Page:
The Reception of Rauschenbusch

The Responses to His Earliest Readers

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William L. Pitts, Jr.
  • Macon, GA: 
    Mercer University Press
    , October
     440 pages.
     For other formats: Link to Publisher's Website.
Review coming soon!

Review by Janine Giordano Drake forthcoming.


The focus of this study of Walter Rauschenbusch is the reception of his ideas by his earliest readers. Rauschenbusch published Christianity and the Social Crisis in 1907, and returning from his sabbatical in Germany, found himself famous. What were the dynamics that catapulted his rise to fame? The study provides descriptions of his major works and the circumstances surrounding their writing, followed by accounts of reception based on scores of unpublished letters as well as published reviews. Rauschenbusch’s reputation rests chiefly on his writings on social ethics. However, he also contributed significantly to understanding spirituality, theology, and a Christian view of history. Depending on the reader, books treating each of these topics have all been declared his best. Moreover, Rauschenbusch’s thoughts on Protestantism, Baptist identity, and teaching church history all found favorable responses. In addition, during his years as a minister he personally displayed a model as a scholar pastor, and as a professor he won undying appreciation from his students. A concluding chapter surveys Rauschenbusch’s influence in each decade in the century since his death in 1918. His books have been published in almost every decade, and PhD students still choose him as a subject for analysis. Rauschenbusch’s work was original, opening to readers a new way to understand Christianity. His first readers grasped that notion, and readers today still resonate with the power of his ideas and the force of his writing.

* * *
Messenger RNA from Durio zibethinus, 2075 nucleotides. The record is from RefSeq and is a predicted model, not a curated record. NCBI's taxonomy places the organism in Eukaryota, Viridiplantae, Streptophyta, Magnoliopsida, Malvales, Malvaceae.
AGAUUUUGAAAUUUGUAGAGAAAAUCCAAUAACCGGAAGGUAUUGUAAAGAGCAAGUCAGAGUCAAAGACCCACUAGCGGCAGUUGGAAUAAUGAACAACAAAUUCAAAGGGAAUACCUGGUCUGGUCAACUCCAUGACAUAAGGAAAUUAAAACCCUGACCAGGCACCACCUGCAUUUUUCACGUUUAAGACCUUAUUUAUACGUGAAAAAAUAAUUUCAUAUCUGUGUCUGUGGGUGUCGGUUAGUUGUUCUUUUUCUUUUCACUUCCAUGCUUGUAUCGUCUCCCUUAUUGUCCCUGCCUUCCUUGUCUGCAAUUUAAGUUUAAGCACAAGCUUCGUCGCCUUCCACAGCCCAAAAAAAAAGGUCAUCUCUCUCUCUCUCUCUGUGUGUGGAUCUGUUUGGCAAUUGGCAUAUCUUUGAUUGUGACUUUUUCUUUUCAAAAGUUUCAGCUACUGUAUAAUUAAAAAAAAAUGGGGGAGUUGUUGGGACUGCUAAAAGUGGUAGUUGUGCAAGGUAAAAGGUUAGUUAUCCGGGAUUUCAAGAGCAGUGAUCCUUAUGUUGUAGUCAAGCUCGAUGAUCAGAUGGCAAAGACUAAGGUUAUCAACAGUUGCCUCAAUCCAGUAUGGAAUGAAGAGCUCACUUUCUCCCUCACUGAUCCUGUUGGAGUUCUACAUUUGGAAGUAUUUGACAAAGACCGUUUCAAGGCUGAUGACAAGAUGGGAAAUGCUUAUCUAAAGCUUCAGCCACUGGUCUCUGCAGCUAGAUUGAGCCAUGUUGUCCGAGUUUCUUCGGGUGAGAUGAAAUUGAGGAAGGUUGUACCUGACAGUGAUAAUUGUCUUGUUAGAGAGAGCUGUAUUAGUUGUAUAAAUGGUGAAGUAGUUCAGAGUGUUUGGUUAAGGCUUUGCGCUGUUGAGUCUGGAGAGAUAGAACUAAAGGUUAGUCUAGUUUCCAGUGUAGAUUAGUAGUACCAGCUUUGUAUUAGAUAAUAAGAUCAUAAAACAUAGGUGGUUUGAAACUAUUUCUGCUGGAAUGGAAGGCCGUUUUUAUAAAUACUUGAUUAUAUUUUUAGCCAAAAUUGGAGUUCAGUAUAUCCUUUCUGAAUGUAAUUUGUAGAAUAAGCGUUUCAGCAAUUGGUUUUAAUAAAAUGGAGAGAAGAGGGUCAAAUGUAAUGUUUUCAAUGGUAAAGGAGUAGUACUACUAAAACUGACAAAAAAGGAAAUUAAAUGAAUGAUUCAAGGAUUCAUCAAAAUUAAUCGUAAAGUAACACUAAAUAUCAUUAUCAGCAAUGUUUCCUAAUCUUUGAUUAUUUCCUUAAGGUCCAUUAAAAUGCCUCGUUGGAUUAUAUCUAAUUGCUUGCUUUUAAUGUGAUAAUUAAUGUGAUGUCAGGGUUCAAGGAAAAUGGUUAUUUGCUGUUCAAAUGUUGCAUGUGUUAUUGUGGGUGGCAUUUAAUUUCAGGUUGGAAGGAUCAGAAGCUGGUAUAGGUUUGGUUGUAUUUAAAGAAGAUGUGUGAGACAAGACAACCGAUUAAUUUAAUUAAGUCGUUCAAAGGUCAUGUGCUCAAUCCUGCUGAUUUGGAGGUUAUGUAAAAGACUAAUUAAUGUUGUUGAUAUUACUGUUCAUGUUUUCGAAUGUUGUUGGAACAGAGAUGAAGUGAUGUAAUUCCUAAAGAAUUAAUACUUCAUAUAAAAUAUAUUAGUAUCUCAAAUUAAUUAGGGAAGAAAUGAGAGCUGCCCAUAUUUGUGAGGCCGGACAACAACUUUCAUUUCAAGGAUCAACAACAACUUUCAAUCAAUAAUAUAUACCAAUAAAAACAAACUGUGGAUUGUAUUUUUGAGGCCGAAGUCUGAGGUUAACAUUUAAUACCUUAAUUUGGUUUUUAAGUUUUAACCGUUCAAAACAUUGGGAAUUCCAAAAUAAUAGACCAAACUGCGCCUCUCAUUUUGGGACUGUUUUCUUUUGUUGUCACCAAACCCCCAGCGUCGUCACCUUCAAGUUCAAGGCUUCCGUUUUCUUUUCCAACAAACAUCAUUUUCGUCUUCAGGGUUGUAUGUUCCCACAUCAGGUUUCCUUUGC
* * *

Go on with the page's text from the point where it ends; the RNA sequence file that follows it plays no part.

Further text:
About the Author(s)/Editor(s)/Translator(s): 

William L. Pitts, Jr. is Professor of Religion at Baylor University where he teaches the History of Christianity. He has served as Executive Secretary of the Southwest Commission on Religious Studies and as president of The Baptist History and Heritage Society. He currently edits the journal Baptist History and Heritage.


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